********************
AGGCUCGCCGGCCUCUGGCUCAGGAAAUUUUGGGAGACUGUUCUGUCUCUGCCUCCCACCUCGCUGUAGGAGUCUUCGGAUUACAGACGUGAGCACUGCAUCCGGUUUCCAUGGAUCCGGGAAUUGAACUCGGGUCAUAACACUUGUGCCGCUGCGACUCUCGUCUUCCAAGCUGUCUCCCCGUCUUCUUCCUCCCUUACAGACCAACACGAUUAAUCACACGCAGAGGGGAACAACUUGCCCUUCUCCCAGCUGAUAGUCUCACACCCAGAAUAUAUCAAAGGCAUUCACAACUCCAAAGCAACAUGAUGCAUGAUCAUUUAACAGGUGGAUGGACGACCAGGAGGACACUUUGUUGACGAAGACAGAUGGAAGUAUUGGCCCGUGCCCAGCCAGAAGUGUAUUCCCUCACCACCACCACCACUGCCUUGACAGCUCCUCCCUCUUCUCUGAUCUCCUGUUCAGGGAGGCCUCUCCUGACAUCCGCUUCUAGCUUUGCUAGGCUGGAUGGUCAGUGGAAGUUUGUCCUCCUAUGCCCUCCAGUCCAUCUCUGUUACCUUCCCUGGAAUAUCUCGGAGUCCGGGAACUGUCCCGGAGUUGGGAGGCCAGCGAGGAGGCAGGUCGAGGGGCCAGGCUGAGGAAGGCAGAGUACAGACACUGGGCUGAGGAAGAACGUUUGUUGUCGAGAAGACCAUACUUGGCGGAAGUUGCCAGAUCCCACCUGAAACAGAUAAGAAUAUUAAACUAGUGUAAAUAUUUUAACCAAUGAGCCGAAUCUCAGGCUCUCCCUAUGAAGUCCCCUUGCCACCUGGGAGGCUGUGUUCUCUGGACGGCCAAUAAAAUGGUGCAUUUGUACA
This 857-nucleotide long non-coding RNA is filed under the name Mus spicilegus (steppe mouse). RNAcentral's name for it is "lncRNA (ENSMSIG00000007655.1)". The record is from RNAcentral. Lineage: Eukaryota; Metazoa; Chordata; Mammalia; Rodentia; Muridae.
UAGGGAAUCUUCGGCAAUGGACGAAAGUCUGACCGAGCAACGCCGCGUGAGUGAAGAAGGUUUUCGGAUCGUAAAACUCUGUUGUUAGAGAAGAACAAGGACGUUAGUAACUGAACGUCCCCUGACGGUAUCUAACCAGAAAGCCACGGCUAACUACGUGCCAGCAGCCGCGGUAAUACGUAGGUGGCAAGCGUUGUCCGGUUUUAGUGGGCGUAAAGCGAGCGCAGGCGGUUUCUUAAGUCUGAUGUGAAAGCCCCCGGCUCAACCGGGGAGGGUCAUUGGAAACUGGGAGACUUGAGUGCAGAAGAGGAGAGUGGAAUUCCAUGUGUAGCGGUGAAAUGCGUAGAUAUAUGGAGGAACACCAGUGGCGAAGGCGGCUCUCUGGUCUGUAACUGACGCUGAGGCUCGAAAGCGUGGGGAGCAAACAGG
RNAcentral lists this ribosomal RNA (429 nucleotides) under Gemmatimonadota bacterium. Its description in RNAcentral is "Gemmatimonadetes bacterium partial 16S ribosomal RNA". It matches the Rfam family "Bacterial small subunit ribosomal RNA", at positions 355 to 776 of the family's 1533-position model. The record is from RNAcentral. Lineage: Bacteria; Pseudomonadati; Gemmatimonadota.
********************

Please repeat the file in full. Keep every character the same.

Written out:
AGGCUCGCCGGCCUCUGGCUCAGGAAAUUUUGGGAGACUGUUCUGUCUCUGCCUCCCACCUCGCUGUAGGAGUCUUCGGAUUACAGACGUGAGCACUGCAUCCGGUUUCCAUGGAUCCGGGAAUUGAACUCGGGUCAUAACACUUGUGCCGCUGCGACUCUCGUCUUCCAAGCUGUCUCCCCGUCUUCUUCCUCCCUUACAGACCAACACGAUUAAUCACACGCAGAGGGGAACAACUUGCCCUUCUCCCAGCUGAUAGUCUCACACCCAGAAUAUAUCAAAGGCAUUCACAACUCCAAAGCAACAUGAUGCAUGAUCAUUUAACAGGUGGAUGGACGACCAGGAGGACACUUUGUUGACGAAGACAGAUGGAAGUAUUGGCCCGUGCCCAGCCAGAAGUGUAUUCCCUCACCACCACCACCACUGCCUUGACAGCUCCUCCCUCUUCUCUGAUCUCCUGUUCAGGGAGGCCUCUCCUGACAUCCGCUUCUAGCUUUGCUAGGCUGGAUGGUCAGUGGAAGUUUGUCCUCCUAUGCCCUCCAGUCCAUCUCUGUUACCUUCCCUGGAAUAUCUCGGAGUCCGGGAACUGUCCCGGAGUUGGGAGGCCAGCGAGGAGGCAGGUCGAGGGGCCAGGCUGAGGAAGGCAGAGUACAGACACUGGGCUGAGGAAGAACGUUUGUUGUCGAGAAGACCAUACUUGGCGGAAGUUGCCAGAUCCCACCUGAAACAGAUAAGAAUAUUAAACUAGUGUAAAUAUUUUAACCAAUGAGCCGAAUCUCAGGCUCUCCCUAUGAAGUCCCCUUGCCACCUGGGAGGCUGUGUUCUCUGGACGGCCAAUAAAAUGGUGCAUUUGUACA
This 857-nucleotide long non-coding RNA is filed under the name Mus spicilegus (steppe mouse). RNAcentral's name for it is "lncRNA (ENSMSIG00000007655.1)". The record is from RNAcentral. Lineage: Eukaryota; Metazoa; Chordata; Mammalia; Rodentia; Muridae.
UAGGGAAUCUUCGGCAAUGGACGAAAGUCUGACCGAGCAACGCCGCGUGAGUGAAGAAGGUUUUCGGAUCGUAAAACUCUGUUGUUAGAGAAGAACAAGGACGUUAGUAACUGAACGUCCCCUGACGGUAUCUAACCAGAAAGCCACGGCUAACUACGUGCCAGCAGCCGCGGUAAUACGUAGGUGGCAAGCGUUGUCCGGUUUUAGUGGGCGUAAAGCGAGCGCAGGCGGUUUCUUAAGUCUGAUGUGAAAGCCCCCGGCUCAACCGGGGAGGGUCAUUGGAAACUGGGAGACUUGAGUGCAGAAGAGGAGAGUGGAAUUCCAUGUGUAGCGGUGAAAUGCGUAGAUAUAUGGAGGAACACCAGUGGCGAAGGCGGCUCUCUGGUCUGUAACUGACGCUGAGGCUCGAAAGCGUGGGGAGCAAACAGG
RNAcentral lists this ribosomal RNA (429 nucleotides) under Gemmatimonadota bacterium. Its description in RNAcentral is "Gemmatimonadetes bacterium partial 16S ribosomal RNA". It matches the Rfam family "Bacterial small subunit ribosomal RNA", at positions 355 to 776 of the family's 1533-position model. The record is from RNAcentral. Lineage: Bacteria; Pseudomonadati; Gemmatimonadota.